Indian Railways (IR) is a bulk consumer of electricity in the country. In 2017-18, it consumed 18.98 billion units (BUs) of power, of which 16.63 BUs was used for traction load and 2.35 BUs for non-traction applications. The current power requirement of Indian Railways is 2,000 MW, which is expected to increase to 2,500 MW over the next five years. Around 25 per cent of IR’s total working expenditure is accounted for by energy costs on electricity and diesel.
Thus, energy efficiency and conservation is a key priority for the transport behemoth. To reduce its energy costs and carbon footprint, IR has made 100 per cent electrification of its network a key priority. Its plan is to electrify around 38,000 route km (rkm) between 2017-18 and 2021-22 to ensure 100 per cent electrification of its broad gauge rail network. This will entail a total investment of $7 billion. A number of energy conservation efforts have been made from time to time. In fact, IR is a lead signatory to India’s Nationally Determined Contributions by committing to reduce 20 per cent of fresh water consumption by 2030 and to reduce carbon emissions by 32 per cent over the base year 2005 by improving rail traction energy and fuel efficiency.
In January 2017, IR launched its Mission 41k with a target of saving Rs 410 billion in electric traction costs by 2025. This initiative was launched against the backdrop of growing electricity consumption and expenditure on traction that peaked in 2014-15 at 15.74 billion kWh and Rs 103.58 billion respectively.
Indian Railways’ total network spans 67,368 rkm. As per tentative figures, till March 2019, close to 35,000 rkm had been commissioned on electric traction and work on the remaining routes is under way. Three zonal railways – East Coast Railway, South East Central Railway and South Eastern Railway – had achieved more than 85 per cent electrification till March 2019.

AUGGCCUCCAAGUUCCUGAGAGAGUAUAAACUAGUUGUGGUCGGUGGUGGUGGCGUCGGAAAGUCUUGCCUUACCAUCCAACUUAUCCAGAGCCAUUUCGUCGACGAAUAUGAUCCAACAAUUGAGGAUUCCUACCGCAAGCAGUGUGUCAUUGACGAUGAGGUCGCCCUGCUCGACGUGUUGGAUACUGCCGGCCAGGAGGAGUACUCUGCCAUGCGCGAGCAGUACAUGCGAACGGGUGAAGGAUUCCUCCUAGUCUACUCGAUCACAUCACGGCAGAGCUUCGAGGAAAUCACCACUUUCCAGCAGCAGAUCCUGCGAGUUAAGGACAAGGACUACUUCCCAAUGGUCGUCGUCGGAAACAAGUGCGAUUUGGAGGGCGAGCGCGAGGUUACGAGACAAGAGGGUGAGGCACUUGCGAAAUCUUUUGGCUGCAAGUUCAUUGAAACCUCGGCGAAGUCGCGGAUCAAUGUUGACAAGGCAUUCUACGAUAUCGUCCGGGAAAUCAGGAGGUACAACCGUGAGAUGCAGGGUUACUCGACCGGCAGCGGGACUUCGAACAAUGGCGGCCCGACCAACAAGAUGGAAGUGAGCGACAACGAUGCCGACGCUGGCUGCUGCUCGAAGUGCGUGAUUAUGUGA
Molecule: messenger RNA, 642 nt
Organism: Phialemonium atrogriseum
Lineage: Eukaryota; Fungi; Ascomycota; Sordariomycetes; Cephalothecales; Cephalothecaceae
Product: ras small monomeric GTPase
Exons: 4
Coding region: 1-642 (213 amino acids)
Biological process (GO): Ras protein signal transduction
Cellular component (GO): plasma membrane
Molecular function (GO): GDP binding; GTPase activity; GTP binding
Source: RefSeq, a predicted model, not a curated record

In line with IR’s vision of 100 per cent electrification, there will be a requirement of 2,173 electric locomotives between 2019-20 and 2021-22. The actual production for the period 2016-17 to 2018-19 stood at 1,296 electric locomotives. For the first time, Indian Railways has converted a diesel locomotive into an electric one at Diesel Locomotive Works in Varanasi, Uttar Pradesh, and it was flagged off in February 2019.
Other energy conservation efforts
Leveraging open access has been a key initiative of Indian Railways in reducing its energy cost. Earlier, it procured electricity for traction applications as an ordinary consumer and thus paid high tariffs. However, in May 2014, it achieved the status of deemed licensee under Section 14 of the Electricity Act 2003. As a result, in 2017-18, through sourcing power from the open access route, Indian Railways has been able to achieve savings of around Rs 30 billion. Almost the entire power requirement of 2,000 MW has been tied up and around 1,160 MW of power has started flowing in 2017-18.
Another priority for Indian Railways is to use renewable energy extensively to bring down the cost of non-traction power. According to Railway Energy Management Company Limited, rooftop solar plants of 50 MW have already been installed. Contracts for 157 MW of such projects have been awarded and 95 MW is at the tendering stage. A further capacity addition of 248 MW has been planned. As for ground-mounted solar projects, there are three in the pipeline – a 2 MW pilot project along the railway track on the Delhi-Ambala section of Northern Railways with direct connectivity to the traction system, 50 MW from installations on railway land in Chhattisgarh and 400 MW through REWA Ultra Mega Solar Limited. Besides, about 97.4 MW of wind energy projects have been commissioned, of which 47 MW has been commissioned under the engineering, procurement and construction mode and the remaining under the tariff-based bidding model.
Indian Railways is also registered as a “designated consumer” under the PAT cycle 2. It has 22 identified “designated consumers”, which include 16 zonal railways for traction, having an annual energy consumption of more than 30,000 tonnes of oil equivalent (toe) or above along with six production units.
Another important area for energy conservation has been the deployment of LEDs. In January 2019, Indian Railways claimed to have installed 100 per cent LED luminaries on all electrified stations, except those under gauge conversion as well as on 99 per cent of service buildings.
Net, net, with the railway sector expected to continue to witness strong growth over the next few years, its green initiatives will go a long way in reducing its carbon footprint as well as improving finances through reducing its energy costs.